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Published by panazelia

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Categories:Types, Business/Law
Published by: panazelia on Apr 24, 2012
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Electronic copy available at: http://ssrn.com/abstract=2019361
Short SqueezeWei XuHSBC School of BusinessPeking UniversityandBaixiao LiuKrannert School of ManagementPurdue University
The potential for, and actual occurrence of, short squeezes are taken as a fact of life byprofessional investor but receive little attention from the academic community. In this study, wedocument systematic evidence of short squeezes in individual stocks and investigate thedeterminants of short squeezes. By examining stock returns following events of large one-dayprice increases, we report that an average short squeeze has a 3.25% impact on stock price andthis effect lasts for a day and half. Further, we find that the impact of short squeezes issignificantly correlated with event-day stock returns, short interest, institutional holdings, event-day market returns and event-day industry returns. We also find that the impact of short interest,institutional holdings, event-day market returns and event-day industry returns on short squeezesis more significant after the SEC’s adoption of Regulation SHO in 2005. In the aggregate, thisevidence suggests that the capital constraints of short sellers and the short sale constraints of individual stocks are key determinants of short squeezes.
March 2012
Electronic copy available at: http://ssrn.com/abstract=2019361
Short Squeeze1. Introduction
 According to the SEC:
“The term ‘short squeeze’ refers to the pressure on short sellers to cover their positions as aresult of sharp price increases or difficulty in borrowing the security the sellers short. The rushby short sellers to cover produces additional upward pressure on the price of the stock, whichthen can cause an even greater squeeze.”
Short squeezes are taken as a fact of life by portfolio managers and other marketprofessionals. They are commonly cited in the news media as the reason for certain sharp priceincreases. Searching under the key word “short squeeze” over the period of January 1995through December 2009 on
yields over 25,000 hits; assets mentioned in these articles asexhibiting short squeezes range from individual stocks to commodities to foreign currencies andeven to the equity market as a whole. Traders have gone so far as to develop a trading signalcalled “cushion theory” based on the potential occurrence of short squeezes. Cushion theorypredicts that the price of a stock rises with the level of short interest in that stock, especially if the short interest rises above twice its daily trading volume.
Certain hedge funds andinstitutional investors have designed trading strategies to take advantage of the cushion theory.
See the SEC website: http://www.sec.gov/spotlight/keyregshoissues.htm.
Cushion Theory implies that a stock's price must rise if many investors are taking short positions in it becausethose positions must be covered by purchases of the stock. Technical analysts consider it particularly bullish if theshort positions in a stock are twice as high as the number of shares traded daily. This is because price rises forceshort sellers to cover their positions, making the stock rise even more. -
 Barron’s Dictionary of Finance and  Investment Terms, 7th edition,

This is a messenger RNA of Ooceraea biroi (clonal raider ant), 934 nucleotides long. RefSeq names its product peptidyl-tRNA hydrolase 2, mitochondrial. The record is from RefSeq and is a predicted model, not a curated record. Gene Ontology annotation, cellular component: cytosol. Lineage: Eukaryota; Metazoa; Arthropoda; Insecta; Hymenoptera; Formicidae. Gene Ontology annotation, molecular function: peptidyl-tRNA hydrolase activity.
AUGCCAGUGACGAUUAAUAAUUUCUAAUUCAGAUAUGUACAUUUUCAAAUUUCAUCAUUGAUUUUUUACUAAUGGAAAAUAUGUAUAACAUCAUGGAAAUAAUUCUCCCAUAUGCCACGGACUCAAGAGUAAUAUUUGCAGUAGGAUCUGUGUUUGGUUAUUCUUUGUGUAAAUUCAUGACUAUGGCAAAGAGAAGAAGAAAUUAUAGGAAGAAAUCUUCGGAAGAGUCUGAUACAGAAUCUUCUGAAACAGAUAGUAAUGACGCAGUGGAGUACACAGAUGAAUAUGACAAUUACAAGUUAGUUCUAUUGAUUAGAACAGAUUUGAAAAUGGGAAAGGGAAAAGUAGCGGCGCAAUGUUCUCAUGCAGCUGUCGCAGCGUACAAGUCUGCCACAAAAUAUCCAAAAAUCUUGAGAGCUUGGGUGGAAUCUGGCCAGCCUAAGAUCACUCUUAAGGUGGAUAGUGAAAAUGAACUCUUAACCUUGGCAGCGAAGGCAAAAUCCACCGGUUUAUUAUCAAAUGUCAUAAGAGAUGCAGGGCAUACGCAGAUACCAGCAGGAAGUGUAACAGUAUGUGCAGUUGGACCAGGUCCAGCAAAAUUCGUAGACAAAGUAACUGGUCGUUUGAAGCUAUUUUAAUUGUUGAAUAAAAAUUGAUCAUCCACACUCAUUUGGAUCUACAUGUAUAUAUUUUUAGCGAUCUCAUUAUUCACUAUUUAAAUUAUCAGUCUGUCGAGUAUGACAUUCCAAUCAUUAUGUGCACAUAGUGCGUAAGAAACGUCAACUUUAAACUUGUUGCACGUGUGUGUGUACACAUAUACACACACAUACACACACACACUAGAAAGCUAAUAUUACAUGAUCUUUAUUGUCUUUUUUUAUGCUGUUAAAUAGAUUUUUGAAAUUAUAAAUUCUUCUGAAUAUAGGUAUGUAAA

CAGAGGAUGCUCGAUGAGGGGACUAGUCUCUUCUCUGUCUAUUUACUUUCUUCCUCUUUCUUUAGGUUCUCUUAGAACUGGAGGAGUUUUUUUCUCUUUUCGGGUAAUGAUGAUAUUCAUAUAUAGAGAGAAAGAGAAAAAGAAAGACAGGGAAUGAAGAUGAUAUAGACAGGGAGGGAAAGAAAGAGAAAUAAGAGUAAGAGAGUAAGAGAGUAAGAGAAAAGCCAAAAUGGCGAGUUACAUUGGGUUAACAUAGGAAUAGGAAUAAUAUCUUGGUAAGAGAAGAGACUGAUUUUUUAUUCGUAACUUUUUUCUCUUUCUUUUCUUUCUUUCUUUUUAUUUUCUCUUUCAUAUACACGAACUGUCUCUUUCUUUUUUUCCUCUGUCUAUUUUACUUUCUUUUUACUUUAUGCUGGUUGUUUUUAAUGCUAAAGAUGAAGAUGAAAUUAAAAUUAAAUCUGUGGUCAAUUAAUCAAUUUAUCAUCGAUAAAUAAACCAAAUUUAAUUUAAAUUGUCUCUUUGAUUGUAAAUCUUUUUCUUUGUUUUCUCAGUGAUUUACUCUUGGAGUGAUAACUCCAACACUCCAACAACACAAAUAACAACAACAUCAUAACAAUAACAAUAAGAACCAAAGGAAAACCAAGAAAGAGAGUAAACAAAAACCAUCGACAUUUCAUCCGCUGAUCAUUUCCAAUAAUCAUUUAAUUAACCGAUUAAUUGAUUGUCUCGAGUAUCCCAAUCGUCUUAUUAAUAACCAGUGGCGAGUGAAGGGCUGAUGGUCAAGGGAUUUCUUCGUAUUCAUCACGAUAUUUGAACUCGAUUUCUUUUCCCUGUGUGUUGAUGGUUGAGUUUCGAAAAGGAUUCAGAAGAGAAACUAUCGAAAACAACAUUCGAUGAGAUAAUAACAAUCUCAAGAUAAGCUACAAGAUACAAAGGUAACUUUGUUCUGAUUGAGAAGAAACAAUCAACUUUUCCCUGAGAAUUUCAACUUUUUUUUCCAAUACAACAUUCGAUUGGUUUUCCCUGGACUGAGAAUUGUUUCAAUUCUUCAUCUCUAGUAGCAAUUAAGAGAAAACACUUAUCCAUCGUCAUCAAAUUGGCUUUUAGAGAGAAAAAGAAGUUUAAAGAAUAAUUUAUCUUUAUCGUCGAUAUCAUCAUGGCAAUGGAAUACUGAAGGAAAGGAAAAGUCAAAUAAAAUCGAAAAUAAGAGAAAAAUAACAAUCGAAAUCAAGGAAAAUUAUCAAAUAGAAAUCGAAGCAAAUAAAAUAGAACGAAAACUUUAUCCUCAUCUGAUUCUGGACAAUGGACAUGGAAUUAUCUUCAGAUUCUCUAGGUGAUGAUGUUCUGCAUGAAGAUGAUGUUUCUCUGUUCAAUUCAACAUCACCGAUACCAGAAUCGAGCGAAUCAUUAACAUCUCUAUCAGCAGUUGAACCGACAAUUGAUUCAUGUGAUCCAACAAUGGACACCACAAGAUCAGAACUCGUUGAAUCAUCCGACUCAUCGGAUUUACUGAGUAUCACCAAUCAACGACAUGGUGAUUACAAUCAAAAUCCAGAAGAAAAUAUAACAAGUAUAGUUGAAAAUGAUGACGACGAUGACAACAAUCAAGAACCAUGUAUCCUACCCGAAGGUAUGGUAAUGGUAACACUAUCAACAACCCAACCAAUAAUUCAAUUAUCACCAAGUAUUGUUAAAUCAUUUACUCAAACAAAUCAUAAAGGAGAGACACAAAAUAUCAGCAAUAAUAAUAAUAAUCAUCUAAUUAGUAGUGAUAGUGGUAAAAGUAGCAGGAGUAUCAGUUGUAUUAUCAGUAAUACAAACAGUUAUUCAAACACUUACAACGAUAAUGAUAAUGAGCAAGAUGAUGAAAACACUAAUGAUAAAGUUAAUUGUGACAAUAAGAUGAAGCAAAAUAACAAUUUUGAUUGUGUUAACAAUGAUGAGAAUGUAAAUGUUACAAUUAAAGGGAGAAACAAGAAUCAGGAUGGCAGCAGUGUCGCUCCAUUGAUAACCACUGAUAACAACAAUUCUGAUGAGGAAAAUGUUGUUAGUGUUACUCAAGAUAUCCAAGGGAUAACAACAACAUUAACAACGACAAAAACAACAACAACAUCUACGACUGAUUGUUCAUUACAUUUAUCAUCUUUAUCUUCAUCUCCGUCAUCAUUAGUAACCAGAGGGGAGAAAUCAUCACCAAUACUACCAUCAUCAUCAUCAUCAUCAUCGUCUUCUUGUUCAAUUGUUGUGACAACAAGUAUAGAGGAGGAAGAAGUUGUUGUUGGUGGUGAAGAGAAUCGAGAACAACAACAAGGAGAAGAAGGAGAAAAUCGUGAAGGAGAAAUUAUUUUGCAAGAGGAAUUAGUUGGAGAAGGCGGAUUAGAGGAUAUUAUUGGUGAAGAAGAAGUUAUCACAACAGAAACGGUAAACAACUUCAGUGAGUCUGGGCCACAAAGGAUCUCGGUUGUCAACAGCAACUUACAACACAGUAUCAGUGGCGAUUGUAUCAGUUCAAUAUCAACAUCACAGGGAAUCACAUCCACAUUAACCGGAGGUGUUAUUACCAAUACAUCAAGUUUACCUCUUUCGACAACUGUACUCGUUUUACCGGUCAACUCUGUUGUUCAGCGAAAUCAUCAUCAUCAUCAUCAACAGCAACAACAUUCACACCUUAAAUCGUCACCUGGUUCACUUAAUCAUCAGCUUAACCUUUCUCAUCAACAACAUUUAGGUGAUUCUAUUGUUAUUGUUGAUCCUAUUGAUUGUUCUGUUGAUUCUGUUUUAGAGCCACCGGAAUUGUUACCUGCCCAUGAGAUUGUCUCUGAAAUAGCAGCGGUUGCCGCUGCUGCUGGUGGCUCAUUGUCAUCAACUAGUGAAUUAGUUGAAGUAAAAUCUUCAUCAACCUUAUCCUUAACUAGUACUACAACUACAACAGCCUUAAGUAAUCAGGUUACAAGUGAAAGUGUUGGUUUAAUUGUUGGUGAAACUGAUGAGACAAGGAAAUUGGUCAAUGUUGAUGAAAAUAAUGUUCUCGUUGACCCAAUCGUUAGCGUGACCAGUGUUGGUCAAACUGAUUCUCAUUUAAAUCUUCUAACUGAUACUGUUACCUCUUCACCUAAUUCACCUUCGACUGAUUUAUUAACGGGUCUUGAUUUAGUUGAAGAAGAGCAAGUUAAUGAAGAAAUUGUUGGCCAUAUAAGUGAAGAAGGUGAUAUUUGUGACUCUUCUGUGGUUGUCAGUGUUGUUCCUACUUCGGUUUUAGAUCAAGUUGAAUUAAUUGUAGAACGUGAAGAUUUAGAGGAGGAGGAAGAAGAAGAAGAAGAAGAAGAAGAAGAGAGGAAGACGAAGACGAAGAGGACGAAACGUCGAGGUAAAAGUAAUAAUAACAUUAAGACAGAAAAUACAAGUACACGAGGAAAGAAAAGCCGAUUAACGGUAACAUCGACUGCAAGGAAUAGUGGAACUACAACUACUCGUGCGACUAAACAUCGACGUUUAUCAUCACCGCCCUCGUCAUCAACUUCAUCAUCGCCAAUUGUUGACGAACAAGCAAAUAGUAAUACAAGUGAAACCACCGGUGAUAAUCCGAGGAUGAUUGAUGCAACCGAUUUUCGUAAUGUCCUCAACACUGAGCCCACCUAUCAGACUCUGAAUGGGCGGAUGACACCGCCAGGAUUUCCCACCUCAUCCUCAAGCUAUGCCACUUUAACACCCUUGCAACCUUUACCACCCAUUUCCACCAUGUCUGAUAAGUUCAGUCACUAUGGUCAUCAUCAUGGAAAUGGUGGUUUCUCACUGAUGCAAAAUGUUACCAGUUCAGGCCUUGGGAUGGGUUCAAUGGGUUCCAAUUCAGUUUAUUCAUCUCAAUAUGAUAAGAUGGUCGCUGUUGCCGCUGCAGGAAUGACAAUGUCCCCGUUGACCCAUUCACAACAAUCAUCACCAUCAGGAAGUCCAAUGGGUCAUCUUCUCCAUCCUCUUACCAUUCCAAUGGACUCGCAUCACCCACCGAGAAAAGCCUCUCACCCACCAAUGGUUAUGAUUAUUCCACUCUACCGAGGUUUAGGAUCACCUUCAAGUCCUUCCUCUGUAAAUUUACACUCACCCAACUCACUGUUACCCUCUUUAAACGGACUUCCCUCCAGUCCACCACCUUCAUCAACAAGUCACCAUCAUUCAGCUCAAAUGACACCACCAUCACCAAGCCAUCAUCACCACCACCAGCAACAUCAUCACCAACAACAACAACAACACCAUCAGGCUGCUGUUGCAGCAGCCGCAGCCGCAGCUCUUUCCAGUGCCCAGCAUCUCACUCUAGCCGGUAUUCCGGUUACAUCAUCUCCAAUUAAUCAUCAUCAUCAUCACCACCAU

Merrill Lynch is reportedly developing such strategy. See “Short-Sellers May Lift Small Stocks --- Two StrategistsBet Practice Will Create a Floor or Allow Shares to Rise Even Higher” April 5
, 2004 WSJ.
However, to the extent that academics have studied short interest, contrary to the cushiontheory, these studies report a robust negative relationship between short interest and short-termfuture returns (see for example, Figlewski and Webb (1993), Senchack and Starks (1993),Asquith and Meulbroek (1995), Dechow et al. (2001), and Desai, Ramesh, Thiagarajan, andBalachandran (2002)). These studies have not explicitly sought to explain whether shortsqueezes occur. Indeed, our search of academic literature uncovered no studies that empiricallyidentify the frequency and magnitude of short squeezes.
The prevalence of short squeezesreferenced in the popular media and the absence of systematic evidence of short squeezes inacademic studies give rise to the question of whether short squeezes are the Sasquatches of financial markets – phenomena that are much discussed but never seen.In this paper we attempt to systematically document evidence of short squeezes in individualequities. In a sample of 26,343 events where liquid stocks experience a one-day return of 15%or more
, we find that, after adjusting for risk, the next day prices experience an average reversalof -0.30% Moreover, the absolute value of the next day price reversal increases with the level of short interest and the magnitude of the prior day price jump (i.e. the event-day return);specifically, when both short interest and event-day return are in the highest decile, stocksexperience the largest price reversal of -3.25%. In contrast, for stocks with low short interest,prices increase, on average, by a small but insignificant amount on the day following the price
D’Avolio (2002) studies a different kind of short squeeze where the borrowed stocks by short sellers are calledback by their original owner.
Illiquid stocks are actually more likely to be bound by the two necessary constraints. Moreover, in the unreportedresults, we find the effect of squeeze to be stronger for illiquid stocks. However, these stocks also have wide bid-ask spreads, which muddle the effect of short squeezes. For this reason, we choose to focus on liquid stocks to have aclear measure of the squeeze impact.

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